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Piepie

Concerns about vocational school

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Hi,

I'm new to the dance forum but I really need help in making some decisions about schooling.  

 

My child is at vocational school, and doing fine in terms of ballet.  However the rest of the schooling is really not good, issues with hiring and retaining academic teachers becoming worse and worse.  My child is really quite bright, and it was a big sacrifice as we had to give up a non-means tested scholarship for an independent school to go to ballet school where we have now been means tested out of receiving any of the MDS.  This would be fine if we only had one child, but we don't so we actually can't afford to go to the school.  

 

Plus 

  • dancing a lot, being guided by people who know about dance
  • child likes it

Minus

  • academics rubbish
  • too expensive
  • can't do other sports
  • not sure if a career in dance is a good one anyway

So my query is can I bring them home and provide enough dance training and still give them the opportunity to audition for vocational again at 16 when I feel decisions about the rest of your life might have more weight than at 12, and with nine or ten good GCSEs in hand!  I would love to hear from anyone else who has made this decision, and what it was like for your child when they re-integrated into mainstream.  

 

Thanks

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I'm sorry I can't help with your question but didn't want to read and run. I would like to say that I would be just as concerned as you if my child was not fulfilling their academic potential. Perhaps you could indicate where you live and where you are willing to travel too for classes should you decide full time training is not working for your family.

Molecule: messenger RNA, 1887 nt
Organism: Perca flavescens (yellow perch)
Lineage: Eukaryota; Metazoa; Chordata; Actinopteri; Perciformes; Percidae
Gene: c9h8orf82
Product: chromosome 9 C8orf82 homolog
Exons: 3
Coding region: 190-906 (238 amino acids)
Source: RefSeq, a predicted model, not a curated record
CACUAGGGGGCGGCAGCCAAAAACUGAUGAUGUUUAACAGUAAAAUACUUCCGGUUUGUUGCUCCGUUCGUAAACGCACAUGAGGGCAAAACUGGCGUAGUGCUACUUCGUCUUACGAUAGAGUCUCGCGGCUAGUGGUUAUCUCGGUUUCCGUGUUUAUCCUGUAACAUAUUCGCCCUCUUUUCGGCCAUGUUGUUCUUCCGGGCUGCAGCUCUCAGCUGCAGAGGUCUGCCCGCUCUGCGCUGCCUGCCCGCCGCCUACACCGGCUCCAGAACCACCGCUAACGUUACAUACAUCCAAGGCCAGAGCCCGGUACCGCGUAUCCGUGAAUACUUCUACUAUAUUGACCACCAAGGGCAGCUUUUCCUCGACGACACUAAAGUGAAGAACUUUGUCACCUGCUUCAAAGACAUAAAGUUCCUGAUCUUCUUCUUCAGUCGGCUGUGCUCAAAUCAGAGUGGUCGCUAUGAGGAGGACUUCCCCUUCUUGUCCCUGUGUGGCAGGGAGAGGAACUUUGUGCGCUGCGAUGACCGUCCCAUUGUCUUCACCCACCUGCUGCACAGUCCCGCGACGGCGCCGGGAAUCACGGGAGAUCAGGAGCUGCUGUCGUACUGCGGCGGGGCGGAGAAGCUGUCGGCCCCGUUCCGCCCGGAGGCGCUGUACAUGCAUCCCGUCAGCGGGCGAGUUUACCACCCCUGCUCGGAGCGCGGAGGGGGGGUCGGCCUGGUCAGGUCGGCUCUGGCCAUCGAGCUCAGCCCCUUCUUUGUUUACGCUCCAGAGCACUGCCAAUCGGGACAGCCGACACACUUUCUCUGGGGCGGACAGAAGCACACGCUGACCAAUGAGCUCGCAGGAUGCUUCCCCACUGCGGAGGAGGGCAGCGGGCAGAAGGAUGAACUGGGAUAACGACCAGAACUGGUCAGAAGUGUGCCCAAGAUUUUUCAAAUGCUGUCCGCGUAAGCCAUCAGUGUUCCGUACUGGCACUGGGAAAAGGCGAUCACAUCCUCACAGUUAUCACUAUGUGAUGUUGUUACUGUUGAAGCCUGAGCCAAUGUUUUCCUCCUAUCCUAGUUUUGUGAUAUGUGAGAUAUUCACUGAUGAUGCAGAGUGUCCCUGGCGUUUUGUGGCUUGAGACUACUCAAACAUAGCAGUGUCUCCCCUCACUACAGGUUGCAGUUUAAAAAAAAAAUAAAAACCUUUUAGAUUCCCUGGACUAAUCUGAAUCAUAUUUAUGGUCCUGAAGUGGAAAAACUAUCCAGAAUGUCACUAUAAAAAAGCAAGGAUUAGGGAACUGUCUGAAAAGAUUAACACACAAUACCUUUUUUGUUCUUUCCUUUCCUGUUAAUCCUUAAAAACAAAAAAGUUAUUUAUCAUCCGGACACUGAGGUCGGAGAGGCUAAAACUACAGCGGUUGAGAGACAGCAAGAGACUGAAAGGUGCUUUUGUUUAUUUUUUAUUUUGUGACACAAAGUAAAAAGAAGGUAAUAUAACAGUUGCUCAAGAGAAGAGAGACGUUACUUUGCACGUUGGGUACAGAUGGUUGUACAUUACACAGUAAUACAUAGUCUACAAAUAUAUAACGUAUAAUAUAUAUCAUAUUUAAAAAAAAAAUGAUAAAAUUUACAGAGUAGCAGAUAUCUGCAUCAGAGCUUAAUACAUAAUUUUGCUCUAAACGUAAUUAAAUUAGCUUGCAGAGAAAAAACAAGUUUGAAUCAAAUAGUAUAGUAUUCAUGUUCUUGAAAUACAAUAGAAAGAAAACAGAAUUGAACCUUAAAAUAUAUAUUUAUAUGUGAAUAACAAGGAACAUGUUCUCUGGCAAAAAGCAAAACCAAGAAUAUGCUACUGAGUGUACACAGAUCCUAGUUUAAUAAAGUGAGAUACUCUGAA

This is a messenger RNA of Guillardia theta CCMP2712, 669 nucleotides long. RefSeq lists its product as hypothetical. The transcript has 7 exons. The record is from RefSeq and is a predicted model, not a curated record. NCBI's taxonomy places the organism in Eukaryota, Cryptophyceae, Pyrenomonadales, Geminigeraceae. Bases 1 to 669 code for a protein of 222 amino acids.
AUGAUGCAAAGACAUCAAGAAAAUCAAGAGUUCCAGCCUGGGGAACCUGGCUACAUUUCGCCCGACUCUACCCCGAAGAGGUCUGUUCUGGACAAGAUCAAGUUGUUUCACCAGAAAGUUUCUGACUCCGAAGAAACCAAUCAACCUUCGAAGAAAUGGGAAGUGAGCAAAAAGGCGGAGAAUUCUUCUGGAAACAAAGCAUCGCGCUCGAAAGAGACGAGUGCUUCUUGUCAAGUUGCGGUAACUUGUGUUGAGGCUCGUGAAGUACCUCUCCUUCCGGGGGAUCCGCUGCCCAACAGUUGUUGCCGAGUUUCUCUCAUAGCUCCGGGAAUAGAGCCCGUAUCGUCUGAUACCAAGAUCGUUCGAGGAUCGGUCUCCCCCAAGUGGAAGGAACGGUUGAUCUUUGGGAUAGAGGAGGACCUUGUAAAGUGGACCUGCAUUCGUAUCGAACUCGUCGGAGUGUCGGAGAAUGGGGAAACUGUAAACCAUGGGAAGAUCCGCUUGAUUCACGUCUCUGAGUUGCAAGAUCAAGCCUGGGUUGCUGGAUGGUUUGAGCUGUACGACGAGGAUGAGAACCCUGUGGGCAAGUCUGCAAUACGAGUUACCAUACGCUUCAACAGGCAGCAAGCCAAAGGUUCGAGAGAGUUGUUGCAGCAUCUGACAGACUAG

There are many helpful contributors on this forum who I'm sure will be along to help you soon, good luck.

Edited by shygirlsmum
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Hi. Just wanted to say that I don't have experience of this either but I think that Shygirlsmum has made some good points. In terms of your question would you be able to bring them home and give them enough good quality training I guess it would depend on where you are, what there is near you and how far you could realistically travel regularly to get good enough training? The amount of hours a week are also relevant by lower school age in that getting 3/4 hours a day of dance training, 5 days a week, is not impossible but is difficult outside of a vocational school so you would need to think carefully about the logistics of that.

 

Having said all that, if the school is proving very expensive and you don't feel it is giving your child what it needs that is something that can't be dismissed. I don't think a lot of people realise that the means testing of MDS awards can mean you still have to pay an awful lot towards your child's schooling, so I totally appreciate your situation.

I suppose the main thing is working out exactly HOW you will provide enough high quality training, and if it seems possible then it might be the thing to do.

 

Good luck, and I am sure there will be people on here who have personal experience of this they can share with you.

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Hi sorry I can understand your situation, my dd has started at a very good local high school after being assessed out of vocational school this year, we were concerned at first going from a small school to a larger school, but she has settled well & enjoying the broad range of subjects and doing PE again, plus she will be sitting far more GCSE's than at vocational school! In terms of ballet training that can be harder to keep up the hours & variety of training done at vocational school, we now have the rush of getting in from school having dinner & then dashing off to ballet! It's tough but dd seems happier being back at home & attending a very good local dance school plus RBS associates at weekends! Have you thought about associates/ summer schools if your child comes away from vocational school? Academic education is so important so I understand how you feel